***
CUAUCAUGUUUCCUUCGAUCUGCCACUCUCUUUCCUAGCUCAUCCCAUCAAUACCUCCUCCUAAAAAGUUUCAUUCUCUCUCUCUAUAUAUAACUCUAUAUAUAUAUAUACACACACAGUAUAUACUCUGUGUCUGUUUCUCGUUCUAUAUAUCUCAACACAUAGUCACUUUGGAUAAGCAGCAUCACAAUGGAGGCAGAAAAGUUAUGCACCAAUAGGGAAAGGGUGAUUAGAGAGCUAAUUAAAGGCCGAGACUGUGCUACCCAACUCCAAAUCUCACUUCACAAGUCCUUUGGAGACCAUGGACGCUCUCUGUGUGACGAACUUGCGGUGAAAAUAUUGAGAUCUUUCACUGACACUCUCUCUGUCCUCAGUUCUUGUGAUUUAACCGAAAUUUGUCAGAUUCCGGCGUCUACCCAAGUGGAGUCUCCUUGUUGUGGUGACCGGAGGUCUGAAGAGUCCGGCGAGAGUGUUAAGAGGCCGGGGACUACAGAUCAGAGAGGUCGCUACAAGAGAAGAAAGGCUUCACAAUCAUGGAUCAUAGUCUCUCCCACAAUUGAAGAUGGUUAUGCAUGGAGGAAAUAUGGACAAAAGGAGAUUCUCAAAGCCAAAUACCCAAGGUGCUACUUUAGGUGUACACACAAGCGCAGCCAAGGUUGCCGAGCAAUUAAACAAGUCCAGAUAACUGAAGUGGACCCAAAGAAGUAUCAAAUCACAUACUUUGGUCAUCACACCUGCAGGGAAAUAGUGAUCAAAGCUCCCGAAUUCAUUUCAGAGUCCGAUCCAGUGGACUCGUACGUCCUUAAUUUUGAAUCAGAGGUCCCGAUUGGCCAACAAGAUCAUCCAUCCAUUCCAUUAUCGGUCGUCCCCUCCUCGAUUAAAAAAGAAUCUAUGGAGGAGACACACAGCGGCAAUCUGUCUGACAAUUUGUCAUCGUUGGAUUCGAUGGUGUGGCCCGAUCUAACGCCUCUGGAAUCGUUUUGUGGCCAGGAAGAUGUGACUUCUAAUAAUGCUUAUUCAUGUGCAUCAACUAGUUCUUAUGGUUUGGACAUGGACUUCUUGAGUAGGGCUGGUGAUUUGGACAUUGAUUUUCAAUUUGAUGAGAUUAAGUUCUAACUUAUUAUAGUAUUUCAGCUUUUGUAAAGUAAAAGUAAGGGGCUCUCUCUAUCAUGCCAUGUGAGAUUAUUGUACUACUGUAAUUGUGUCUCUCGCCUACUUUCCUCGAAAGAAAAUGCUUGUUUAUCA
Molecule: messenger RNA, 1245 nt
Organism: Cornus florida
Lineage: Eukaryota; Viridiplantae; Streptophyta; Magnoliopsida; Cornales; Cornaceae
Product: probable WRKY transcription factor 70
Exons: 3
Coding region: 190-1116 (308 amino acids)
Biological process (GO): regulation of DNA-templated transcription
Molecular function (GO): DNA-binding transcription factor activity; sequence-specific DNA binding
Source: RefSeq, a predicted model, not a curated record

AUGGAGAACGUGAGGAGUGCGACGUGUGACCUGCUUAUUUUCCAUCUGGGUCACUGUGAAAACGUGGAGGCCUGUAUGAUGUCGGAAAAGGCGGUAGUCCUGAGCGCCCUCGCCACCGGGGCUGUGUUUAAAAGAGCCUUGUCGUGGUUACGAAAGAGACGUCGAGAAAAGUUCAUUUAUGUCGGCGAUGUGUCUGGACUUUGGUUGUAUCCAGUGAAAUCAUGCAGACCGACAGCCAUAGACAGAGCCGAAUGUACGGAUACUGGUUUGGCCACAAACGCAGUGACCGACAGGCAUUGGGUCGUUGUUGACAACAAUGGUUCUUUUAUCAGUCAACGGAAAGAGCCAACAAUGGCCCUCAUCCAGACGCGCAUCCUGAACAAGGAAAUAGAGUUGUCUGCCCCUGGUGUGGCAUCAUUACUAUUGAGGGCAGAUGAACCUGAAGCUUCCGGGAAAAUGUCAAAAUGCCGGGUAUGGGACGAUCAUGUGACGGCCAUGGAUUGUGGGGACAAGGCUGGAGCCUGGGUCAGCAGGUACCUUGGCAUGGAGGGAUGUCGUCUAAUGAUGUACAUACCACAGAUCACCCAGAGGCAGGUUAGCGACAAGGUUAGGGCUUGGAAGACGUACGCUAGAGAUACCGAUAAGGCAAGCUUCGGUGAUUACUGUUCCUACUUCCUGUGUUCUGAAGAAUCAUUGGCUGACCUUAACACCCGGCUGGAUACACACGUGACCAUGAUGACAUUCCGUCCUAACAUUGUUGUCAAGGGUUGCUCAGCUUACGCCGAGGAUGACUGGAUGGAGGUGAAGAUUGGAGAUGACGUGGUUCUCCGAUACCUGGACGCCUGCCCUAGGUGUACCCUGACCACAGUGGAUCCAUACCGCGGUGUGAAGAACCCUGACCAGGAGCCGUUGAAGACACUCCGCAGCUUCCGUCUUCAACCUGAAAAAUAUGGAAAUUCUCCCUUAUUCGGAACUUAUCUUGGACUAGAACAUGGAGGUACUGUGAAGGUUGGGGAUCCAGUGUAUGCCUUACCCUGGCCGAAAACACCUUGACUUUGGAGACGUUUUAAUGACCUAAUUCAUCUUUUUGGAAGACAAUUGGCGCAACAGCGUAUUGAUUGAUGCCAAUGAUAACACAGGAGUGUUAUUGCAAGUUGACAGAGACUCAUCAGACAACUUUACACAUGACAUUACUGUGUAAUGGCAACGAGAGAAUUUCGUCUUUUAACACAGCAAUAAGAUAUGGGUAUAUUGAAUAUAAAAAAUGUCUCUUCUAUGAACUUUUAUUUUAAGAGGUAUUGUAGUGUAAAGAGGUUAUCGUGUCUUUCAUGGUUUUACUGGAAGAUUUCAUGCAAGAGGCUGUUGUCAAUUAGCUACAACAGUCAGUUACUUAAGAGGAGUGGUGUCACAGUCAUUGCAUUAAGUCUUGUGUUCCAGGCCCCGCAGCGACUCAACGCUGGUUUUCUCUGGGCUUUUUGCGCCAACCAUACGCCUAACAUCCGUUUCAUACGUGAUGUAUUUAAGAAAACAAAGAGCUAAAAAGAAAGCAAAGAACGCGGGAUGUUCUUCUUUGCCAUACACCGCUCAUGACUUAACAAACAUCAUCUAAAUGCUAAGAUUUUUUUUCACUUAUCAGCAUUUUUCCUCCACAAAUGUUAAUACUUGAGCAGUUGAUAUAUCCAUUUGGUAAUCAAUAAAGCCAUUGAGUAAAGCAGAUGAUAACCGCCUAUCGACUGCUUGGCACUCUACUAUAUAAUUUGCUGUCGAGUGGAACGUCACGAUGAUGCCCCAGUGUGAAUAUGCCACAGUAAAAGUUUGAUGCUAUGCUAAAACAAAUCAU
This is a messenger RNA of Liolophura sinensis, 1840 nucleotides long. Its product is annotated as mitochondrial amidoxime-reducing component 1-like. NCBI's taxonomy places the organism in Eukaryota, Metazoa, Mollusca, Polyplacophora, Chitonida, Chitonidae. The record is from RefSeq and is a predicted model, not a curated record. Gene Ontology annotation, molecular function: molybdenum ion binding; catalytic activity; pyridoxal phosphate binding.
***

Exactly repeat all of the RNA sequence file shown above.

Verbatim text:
CUAUCAUGUUUCCUUCGAUCUGCCACUCUCUUUCCUAGCUCAUCCCAUCAAUACCUCCUCCUAAAAAGUUUCAUUCUCUCUCUCUAUAUAUAACUCUAUAUAUAUAUAUACACACACAGUAUAUACUCUGUGUCUGUUUCUCGUUCUAUAUAUCUCAACACAUAGUCACUUUGGAUAAGCAGCAUCACAAUGGAGGCAGAAAAGUUAUGCACCAAUAGGGAAAGGGUGAUUAGAGAGCUAAUUAAAGGCCGAGACUGUGCUACCCAACUCCAAAUCUCACUUCACAAGUCCUUUGGAGACCAUGGACGCUCUCUGUGUGACGAACUUGCGGUGAAAAUAUUGAGAUCUUUCACUGACACUCUCUCUGUCCUCAGUUCUUGUGAUUUAACCGAAAUUUGUCAGAUUCCGGCGUCUACCCAAGUGGAGUCUCCUUGUUGUGGUGACCGGAGGUCUGAAGAGUCCGGCGAGAGUGUUAAGAGGCCGGGGACUACAGAUCAGAGAGGUCGCUACAAGAGAAGAAAGGCUUCACAAUCAUGGAUCAUAGUCUCUCCCACAAUUGAAGAUGGUUAUGCAUGGAGGAAAUAUGGACAAAAGGAGAUUCUCAAAGCCAAAUACCCAAGGUGCUACUUUAGGUGUACACACAAGCGCAGCCAAGGUUGCCGAGCAAUUAAACAAGUCCAGAUAACUGAAGUGGACCCAAAGAAGUAUCAAAUCACAUACUUUGGUCAUCACACCUGCAGGGAAAUAGUGAUCAAAGCUCCCGAAUUCAUUUCAGAGUCCGAUCCAGUGGACUCGUACGUCCUUAAUUUUGAAUCAGAGGUCCCGAUUGGCCAACAAGAUCAUCCAUCCAUUCCAUUAUCGGUCGUCCCCUCCUCGAUUAAAAAAGAAUCUAUGGAGGAGACACACAGCGGCAAUCUGUCUGACAAUUUGUCAUCGUUGGAUUCGAUGGUGUGGCCCGAUCUAACGCCUCUGGAAUCGUUUUGUGGCCAGGAAGAUGUGACUUCUAAUAAUGCUUAUUCAUGUGCAUCAACUAGUUCUUAUGGUUUGGACAUGGACUUCUUGAGUAGGGCUGGUGAUUUGGACAUUGAUUUUCAAUUUGAUGAGAUUAAGUUCUAACUUAUUAUAGUAUUUCAGCUUUUGUAAAGUAAAAGUAAGGGGCUCUCUCUAUCAUGCCAUGUGAGAUUAUUGUACUACUGUAAUUGUGUCUCUCGCCUACUUUCCUCGAAAGAAAAUGCUUGUUUAUCA
Molecule: messenger RNA, 1245 nt
Organism: Cornus florida
Lineage: Eukaryota; Viridiplantae; Streptophyta; Magnoliopsida; Cornales; Cornaceae
Product: probable WRKY transcription factor 70
Exons: 3
Coding region: 190-1116 (308 amino acids)
Biological process (GO): regulation of DNA-templated transcription
Molecular function (GO): DNA-binding transcription factor activity; sequence-specific DNA binding
Source: RefSeq, a predicted model, not a curated record

AUGGAGAACGUGAGGAGUGCGACGUGUGACCUGCUUAUUUUCCAUCUGGGUCACUGUGAAAACGUGGAGGCCUGUAUGAUGUCGGAAAAGGCGGUAGUCCUGAGCGCCCUCGCCACCGGGGCUGUGUUUAAAAGAGCCUUGUCGUGGUUACGAAAGAGACGUCGAGAAAAGUUCAUUUAUGUCGGCGAUGUGUCUGGACUUUGGUUGUAUCCAGUGAAAUCAUGCAGACCGACAGCCAUAGACAGAGCCGAAUGUACGGAUACUGGUUUGGCCACAAACGCAGUGACCGACAGGCAUUGGGUCGUUGUUGACAACAAUGGUUCUUUUAUCAGUCAACGGAAAGAGCCAACAAUGGCCCUCAUCCAGACGCGCAUCCUGAACAAGGAAAUAGAGUUGUCUGCCCCUGGUGUGGCAUCAUUACUAUUGAGGGCAGAUGAACCUGAAGCUUCCGGGAAAAUGUCAAAAUGCCGGGUAUGGGACGAUCAUGUGACGGCCAUGGAUUGUGGGGACAAGGCUGGAGCCUGGGUCAGCAGGUACCUUGGCAUGGAGGGAUGUCGUCUAAUGAUGUACAUACCACAGAUCACCCAGAGGCAGGUUAGCGACAAGGUUAGGGCUUGGAAGACGUACGCUAGAGAUACCGAUAAGGCAAGCUUCGGUGAUUACUGUUCCUACUUCCUGUGUUCUGAAGAAUCAUUGGCUGACCUUAACACCCGGCUGGAUACACACGUGACCAUGAUGACAUUCCGUCCUAACAUUGUUGUCAAGGGUUGCUCAGCUUACGCCGAGGAUGACUGGAUGGAGGUGAAGAUUGGAGAUGACGUGGUUCUCCGAUACCUGGACGCCUGCCCUAGGUGUACCCUGACCACAGUGGAUCCAUACCGCGGUGUGAAGAACCCUGACCAGGAGCCGUUGAAGACACUCCGCAGCUUCCGUCUUCAACCUGAAAAAUAUGGAAAUUCUCCCUUAUUCGGAACUUAUCUUGGACUAGAACAUGGAGGUACUGUGAAGGUUGGGGAUCCAGUGUAUGCCUUACCCUGGCCGAAAACACCUUGACUUUGGAGACGUUUUAAUGACCUAAUUCAUCUUUUUGGAAGACAAUUGGCGCAACAGCGUAUUGAUUGAUGCCAAUGAUAACACAGGAGUGUUAUUGCAAGUUGACAGAGACUCAUCAGACAACUUUACACAUGACAUUACUGUGUAAUGGCAACGAGAGAAUUUCGUCUUUUAACACAGCAAUAAGAUAUGGGUAUAUUGAAUAUAAAAAAUGUCUCUUCUAUGAACUUUUAUUUUAAGAGGUAUUGUAGUGUAAAGAGGUUAUCGUGUCUUUCAUGGUUUUACUGGAAGAUUUCAUGCAAGAGGCUGUUGUCAAUUAGCUACAACAGUCAGUUACUUAAGAGGAGUGGUGUCACAGUCAUUGCAUUAAGUCUUGUGUUCCAGGCCCCGCAGCGACUCAACGCUGGUUUUCUCUGGGCUUUUUGCGCCAACCAUACGCCUAACAUCCGUUUCAUACGUGAUGUAUUUAAGAAAACAAAGAGCUAAAAAGAAAGCAAAGAACGCGGGAUGUUCUUCUUUGCCAUACACCGCUCAUGACUUAACAAACAUCAUCUAAAUGCUAAGAUUUUUUUUCACUUAUCAGCAUUUUUCCUCCACAAAUGUUAAUACUUGAGCAGUUGAUAUAUCCAUUUGGUAAUCAAUAAAGCCAUUGAGUAAAGCAGAUGAUAACCGCCUAUCGACUGCUUGGCACUCUACUAUAUAAUUUGCUGUCGAGUGGAACGUCACGAUGAUGCCCCAGUGUGAAUAUGCCACAGUAAAAGUUUGAUGCUAUGCUAAAACAAAUCAU
This is a messenger RNA of Liolophura sinensis, 1840 nucleotides long. Its product is annotated as mitochondrial amidoxime-reducing component 1-like. NCBI's taxonomy places the organism in Eukaryota, Metazoa, Mollusca, Polyplacophora, Chitonida, Chitonidae. The record is from RefSeq and is a predicted model, not a curated record. Gene Ontology annotation, molecular function: molybdenum ion binding; catalytic activity; pyridoxal phosphate binding.